9 Responses

  1. Winks reminds me of my husband…only it’s movies instead of books. “Have I seen this?” permeates our conversation when trying to pick a movie to rent.

    I will confess to buy the same book THREE TIMES because I couldn’t remember reading it. The third time I started reading and kept thinking..Boy, this sounds familiar. I made it about 1/3 of the way through before knocking my head against the wall.

    When we were packing to move (about 13 years ago), I’m embarrassed to admit I found multiple copies of a few books. At least I can take comfort in the knowledge I’m paying the electric bills for some authors!

    One of the good (and bad) aspects of ebooks is the ability to buy immediately. I find I do a lot more impulse buys with ebooks. I need to get an eReader (other than my computer) I just can’t decide which one but I read yesterday that the company that makes the make internal part has improved it, taken out some aspects that aren’t needed for eReaders that should drop the price of them to below $200. Good news for me…if I could only decide Nook? Sony? Kindle?

  2. This was LOL funny. Loved it. Winks needs her own book. Gosh, I’d totally read that.

    I do love that I can press a button on my Kindle and get what I want RIGHT NOW. No trips to the bookstore, no waiting at the mailbox. And they usually cost less than the actual book.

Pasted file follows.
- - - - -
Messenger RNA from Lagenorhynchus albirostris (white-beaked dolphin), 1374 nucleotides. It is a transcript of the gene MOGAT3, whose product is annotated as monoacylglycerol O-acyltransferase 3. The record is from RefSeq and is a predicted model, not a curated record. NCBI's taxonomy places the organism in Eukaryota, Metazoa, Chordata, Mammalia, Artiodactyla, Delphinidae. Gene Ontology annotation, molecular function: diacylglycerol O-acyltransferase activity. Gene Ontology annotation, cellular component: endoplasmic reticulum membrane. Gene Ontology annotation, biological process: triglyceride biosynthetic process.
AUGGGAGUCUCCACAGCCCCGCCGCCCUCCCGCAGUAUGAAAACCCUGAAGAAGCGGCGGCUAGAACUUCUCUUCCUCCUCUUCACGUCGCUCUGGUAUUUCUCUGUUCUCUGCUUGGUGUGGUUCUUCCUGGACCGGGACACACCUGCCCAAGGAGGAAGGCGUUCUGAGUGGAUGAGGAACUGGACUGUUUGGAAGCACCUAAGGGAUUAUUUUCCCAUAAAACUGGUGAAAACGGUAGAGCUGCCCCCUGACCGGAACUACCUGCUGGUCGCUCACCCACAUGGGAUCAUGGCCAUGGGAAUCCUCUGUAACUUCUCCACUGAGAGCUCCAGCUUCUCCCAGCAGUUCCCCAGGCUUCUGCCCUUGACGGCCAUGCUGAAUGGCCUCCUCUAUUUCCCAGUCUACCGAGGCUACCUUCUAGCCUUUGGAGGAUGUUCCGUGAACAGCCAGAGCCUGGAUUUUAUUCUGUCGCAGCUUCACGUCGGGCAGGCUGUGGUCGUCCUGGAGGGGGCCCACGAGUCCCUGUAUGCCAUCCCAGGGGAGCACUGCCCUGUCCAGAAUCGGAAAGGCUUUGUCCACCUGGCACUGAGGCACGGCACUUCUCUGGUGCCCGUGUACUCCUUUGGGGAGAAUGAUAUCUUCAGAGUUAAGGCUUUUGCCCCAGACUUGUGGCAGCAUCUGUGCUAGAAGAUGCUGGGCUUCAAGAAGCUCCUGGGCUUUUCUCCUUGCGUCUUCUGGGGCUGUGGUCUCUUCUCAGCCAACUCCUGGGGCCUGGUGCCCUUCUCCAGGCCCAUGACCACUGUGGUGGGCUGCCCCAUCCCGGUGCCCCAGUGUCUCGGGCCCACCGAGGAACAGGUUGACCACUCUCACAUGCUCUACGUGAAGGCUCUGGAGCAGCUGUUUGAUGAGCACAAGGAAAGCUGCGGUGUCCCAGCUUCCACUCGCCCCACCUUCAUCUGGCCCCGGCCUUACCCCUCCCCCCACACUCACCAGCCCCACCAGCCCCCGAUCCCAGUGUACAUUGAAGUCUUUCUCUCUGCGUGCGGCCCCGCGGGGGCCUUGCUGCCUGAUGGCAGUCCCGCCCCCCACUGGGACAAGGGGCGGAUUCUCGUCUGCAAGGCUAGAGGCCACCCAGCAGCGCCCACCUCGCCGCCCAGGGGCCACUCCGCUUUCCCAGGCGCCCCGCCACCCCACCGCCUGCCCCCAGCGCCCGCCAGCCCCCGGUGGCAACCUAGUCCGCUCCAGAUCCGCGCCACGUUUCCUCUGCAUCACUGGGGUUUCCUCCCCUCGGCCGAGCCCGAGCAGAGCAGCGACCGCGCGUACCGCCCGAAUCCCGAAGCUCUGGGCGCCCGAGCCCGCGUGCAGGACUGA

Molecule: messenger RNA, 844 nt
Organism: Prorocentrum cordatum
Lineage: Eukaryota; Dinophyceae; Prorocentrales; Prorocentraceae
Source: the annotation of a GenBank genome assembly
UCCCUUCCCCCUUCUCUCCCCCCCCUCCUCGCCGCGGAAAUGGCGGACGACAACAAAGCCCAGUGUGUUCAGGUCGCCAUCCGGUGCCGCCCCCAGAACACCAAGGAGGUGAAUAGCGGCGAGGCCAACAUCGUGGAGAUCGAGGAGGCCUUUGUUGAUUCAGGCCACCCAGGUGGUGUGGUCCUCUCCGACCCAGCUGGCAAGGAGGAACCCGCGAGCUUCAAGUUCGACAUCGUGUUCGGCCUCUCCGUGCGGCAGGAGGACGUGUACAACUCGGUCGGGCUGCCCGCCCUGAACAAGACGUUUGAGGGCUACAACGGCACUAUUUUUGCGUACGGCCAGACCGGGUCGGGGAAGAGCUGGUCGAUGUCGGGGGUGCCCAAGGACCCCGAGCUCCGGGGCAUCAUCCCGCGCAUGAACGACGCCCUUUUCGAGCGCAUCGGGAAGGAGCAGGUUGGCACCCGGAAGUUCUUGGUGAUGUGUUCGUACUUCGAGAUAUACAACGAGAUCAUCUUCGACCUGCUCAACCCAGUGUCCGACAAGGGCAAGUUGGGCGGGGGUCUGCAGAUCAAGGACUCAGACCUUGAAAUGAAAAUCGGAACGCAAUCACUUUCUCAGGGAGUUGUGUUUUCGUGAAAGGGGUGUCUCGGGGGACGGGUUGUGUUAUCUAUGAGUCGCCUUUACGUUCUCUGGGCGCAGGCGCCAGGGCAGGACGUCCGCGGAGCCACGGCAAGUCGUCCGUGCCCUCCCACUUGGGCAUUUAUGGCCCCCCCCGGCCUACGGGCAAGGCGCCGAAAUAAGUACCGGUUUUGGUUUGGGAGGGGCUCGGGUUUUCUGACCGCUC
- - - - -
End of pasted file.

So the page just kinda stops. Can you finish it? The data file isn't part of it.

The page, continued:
But then again, I can’t share it. I like to share my books. They say you can do that with the Nook.

  3. I like sharing books too Liz but sometimes getting them back is a real problem. And I hate to hound someone about “Where’s my book?”, etc I sound like a real hag…but gosh “loan” don’t not = “gave”

  4. Cyndi: Hee. My husband proudly states that his lousy memory is a good thing. Every time he watches Lonesome Dove or re-reads Last of the Breed it’s a whole new experience.

  5. I hope you find time to write that historical about the packhorse librarian someday. I’d read it in a heartbeat. 🙂

  6. I love my Kindle. Hubs got it for me for xmas a couple of years ago (2 mo later kindle 2 came out). I have tons of books on it and most of them are either free short stories or books that amazon is giving away free for the kindle.

    I rarely buy books for it, especially from Amazon. I buy them from EC and Samhaim more than anything. I still love my paper books though.

    I have to admit I am very anal when it comes to my books. I have a spreadsheet of new releases (by month) books I own/have read and 1 for books I would love to eventually read.

  7. Love it!! I can only imagine the look on the librarian’s face. And I must admit, the more I hear about it the Kindle is sounding better and better. Maybe by Christmas I’ll be totally convinced. 🙂

  8. Here’s the thing about Kindles and every other e-reader I’ve looked at – they die a nasty death if allowed out in temps below around thirty five degrees. Those of you who’ve read many of my posts will probably understand why this makes them a no go for me.

  9. I saw a kindle for the first time this past weekend. The editor I met was showing off hers. It’s amazing how many books you can fit into that thing.